A whole lot, as last week’s results would prove. Sunrise’s early investment, and Booker’s immense heart and talent as a candidate, closed the gap from a 50 percent deficit to less than three points. Representative Alexandria Ocasio-Cortez, Senator Bernie Sanders, and Senator Elizabeth Warren all backed Booker, and national progressive groups like MoveOn, Indivisible, and the Progressive Change Campaign Committee began to follow suit. It became the national story to watch and a focal point of the battle between the party’s establishment and insurgent progressive wings.

But as the results rolled in last week, I kept wondering: Why did the help take so long? How could it be that Amy McGrath, backed by Senator Chuck Schumer, the DSCC, and their donors, blanketed the Kentucky airwaves with $3 million in the final week alone to paper over her weaknesses as a candidate, while major progressive groups on our side sat out the race or endorsed in the final hours before election day?

All told, Booker’s campaign spent $1.1 million on TV advertising, while McGrath unloaded a cool $12 million onto the airwaves over the course of the primary. Despite that, we came within 2.8 percent. Clearly, we didn’t need spending parity to win, but what would an extra $300,000 in help from outside groups have meant one month before Election Day, while Kentuckians were sending in their ballots by mail, and could it have put us over the top? That’s a question I’ll be asking myself every day for the next several months.

It’s hard to keep watching our ascendant movement blow the most winnable electoral contests of our time: Jessica Cisneros could be in Congress, Tiffany Caban should be the Queens County district attorney, Cristina Tzintzun Ramirez deserves the chance to take on John Cornyn, and it’s heartbreaking that Abdul El-Sayed isn’t the governor of Michigan. Falling just short again, watching history continue to repeat itself, compels discussion.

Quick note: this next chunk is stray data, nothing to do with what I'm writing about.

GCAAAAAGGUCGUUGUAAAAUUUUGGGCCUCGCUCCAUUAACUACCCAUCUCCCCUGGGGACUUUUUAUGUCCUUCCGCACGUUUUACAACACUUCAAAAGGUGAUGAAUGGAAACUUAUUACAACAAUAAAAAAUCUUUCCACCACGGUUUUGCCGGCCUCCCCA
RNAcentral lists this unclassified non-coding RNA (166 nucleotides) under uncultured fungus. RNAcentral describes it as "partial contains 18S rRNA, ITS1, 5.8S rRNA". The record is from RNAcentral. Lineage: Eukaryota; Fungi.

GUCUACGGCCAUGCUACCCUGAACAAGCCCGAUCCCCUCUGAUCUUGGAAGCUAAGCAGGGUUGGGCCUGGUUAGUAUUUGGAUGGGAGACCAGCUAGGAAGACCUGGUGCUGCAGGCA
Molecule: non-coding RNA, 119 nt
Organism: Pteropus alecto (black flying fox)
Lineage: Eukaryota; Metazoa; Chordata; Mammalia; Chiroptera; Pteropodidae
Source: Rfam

The truth is: All of these races look unwinnable until they’re not. But isn’t that what movement organizations are here to do—take on the worthy fights, and turn the improbable into the possible? What we’ve proven on Tuesday is that these races are winnable if we try, even when we’re badly outspent. But that can’t happen if the cavalry arrives five days before Election Day, which is when the biggest pro-Booker independent expenditure came in. That’s too late to make a real difference—and the establishment knows it. That’s why the biggest pro-McGrath independent expenditure came in 48 days before the election. We need established progressive organizations to learn from that, and do what Sunrise did with Booker, and what Justice Democrats has impressively done with Jamaal Bowman.

If progressive organizations and advocacy groups keep waiting for candidates to catch fire and have a moment before they hop on board, we’re doomed to keep losing winnable races by a few hundred votes. Put another way, if you wait until you feel thirsty to drink water, it’s too late; you’re already dehydrated. We need more organizations to understand what groups like Sunrise and Justice Democrats already do: that winning requires showing up early, and doing the hard, tireless work of slogging in the dark—not showing up to cut a check four days before the election and add their logo to a press release. I hope our movement learns that in time for 2022. Because somewhere out there this week, the next Alexandria Ocasio-Cortez, or the next Charles Booker, is starting to think about picking up the baton.